Keep in mind that when you make a payment toward your tax debt, the money will first be applied to the past-due tax, then to penalties, and then to interest.

Will the IRS Waive Interest and Penalties?

If you can show that you missed your tax filing or payment deadline with reasonable cause, and willful neglect is not present, the IRS may agree to waive certain charges. However, this usually applies only to penalties and not to interest. To request a waiver of penalties, you can visit your local IRS service center along with the bill and your explanation for the missed deadline, or you can call 800-829-1040.

In addition, the regular deadlines may not apply to your tax return and payment if you are a member of the Armed Forces currently serving in a contingency operation or combat, if you are a U.S. citizen working abroad, or if you were involved in a natural disaster. Even in these cases, you must review your IRS notices and bills and follow the instructions provided or ask for assistance when needed.

In general, you must pay past-due tax, interest, and penalties in full before requesting a waiver of penalties (which will then be granted as a refund).

How Will the Tax Cuts and Jobs Act Affect Interest and Penalties?

Because the new Tax Code and Jobs Act adjusted withholding tables to provide employees with more take-home pay, some individuals may find they owe more than expected at tax time. For this reason, President Trump requested in November 2018 that the IRS waive underpayment penalties for these taxpayers.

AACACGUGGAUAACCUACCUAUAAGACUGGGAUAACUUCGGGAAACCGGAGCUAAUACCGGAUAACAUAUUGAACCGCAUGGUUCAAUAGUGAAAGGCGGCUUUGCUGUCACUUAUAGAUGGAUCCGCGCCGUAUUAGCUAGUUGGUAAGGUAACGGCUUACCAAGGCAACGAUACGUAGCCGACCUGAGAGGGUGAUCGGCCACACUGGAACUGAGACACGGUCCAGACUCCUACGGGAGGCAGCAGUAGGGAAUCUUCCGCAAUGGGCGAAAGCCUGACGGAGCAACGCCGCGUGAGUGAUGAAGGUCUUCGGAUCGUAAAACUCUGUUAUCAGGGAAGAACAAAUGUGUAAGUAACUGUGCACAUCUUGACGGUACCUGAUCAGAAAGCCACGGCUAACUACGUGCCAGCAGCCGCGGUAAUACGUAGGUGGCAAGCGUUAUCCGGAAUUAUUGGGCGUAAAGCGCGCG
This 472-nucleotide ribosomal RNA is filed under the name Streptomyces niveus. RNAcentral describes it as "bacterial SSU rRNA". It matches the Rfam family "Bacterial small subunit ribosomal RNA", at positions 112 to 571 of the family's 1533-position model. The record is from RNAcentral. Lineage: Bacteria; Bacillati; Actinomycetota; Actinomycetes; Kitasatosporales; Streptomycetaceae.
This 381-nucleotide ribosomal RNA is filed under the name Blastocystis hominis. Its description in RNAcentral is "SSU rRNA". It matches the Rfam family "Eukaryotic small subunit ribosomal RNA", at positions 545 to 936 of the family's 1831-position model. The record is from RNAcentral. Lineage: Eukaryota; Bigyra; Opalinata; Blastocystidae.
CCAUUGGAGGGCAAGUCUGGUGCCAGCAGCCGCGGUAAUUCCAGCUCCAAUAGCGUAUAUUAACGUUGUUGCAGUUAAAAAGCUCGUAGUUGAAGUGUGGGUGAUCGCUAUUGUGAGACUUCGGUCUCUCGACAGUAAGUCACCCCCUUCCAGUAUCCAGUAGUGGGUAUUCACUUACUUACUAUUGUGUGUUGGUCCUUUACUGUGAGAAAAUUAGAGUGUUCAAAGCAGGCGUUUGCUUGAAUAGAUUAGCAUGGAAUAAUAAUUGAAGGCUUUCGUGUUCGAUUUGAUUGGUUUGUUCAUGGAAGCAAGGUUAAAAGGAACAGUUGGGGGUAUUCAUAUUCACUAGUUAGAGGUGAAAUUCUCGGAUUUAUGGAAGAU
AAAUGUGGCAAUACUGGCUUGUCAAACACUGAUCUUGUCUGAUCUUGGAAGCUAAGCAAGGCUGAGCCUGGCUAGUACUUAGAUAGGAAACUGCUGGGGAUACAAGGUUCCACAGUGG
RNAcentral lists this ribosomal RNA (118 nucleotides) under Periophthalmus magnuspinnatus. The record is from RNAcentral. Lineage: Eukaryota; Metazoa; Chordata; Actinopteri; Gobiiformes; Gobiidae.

This is most likely to impact working married couples with no children or whose children are older than 17, those from states with high taxes that have limited state and local deductions to $10,000, and those with substantial expenses that are no longer reimbursable. The latter category includes employment costs such as continuing education and mileage, estate planning expenses, and financial and tax advisory costs.

What Happens When I Have a Tax Underpayment?

If you have underpaid your taxes, the IRS will send you Form 2210, which compares the total amount you owe to the amount withheld from your paychecks.

To avoid an underpayment, check your withholdings to make sure your employer is taking enough taxes out of your paycheck to meet your quarterly taxes. If this amount doesn’t meet your tax obligations, you will receive a smaller refund or may owe more taxes than expected.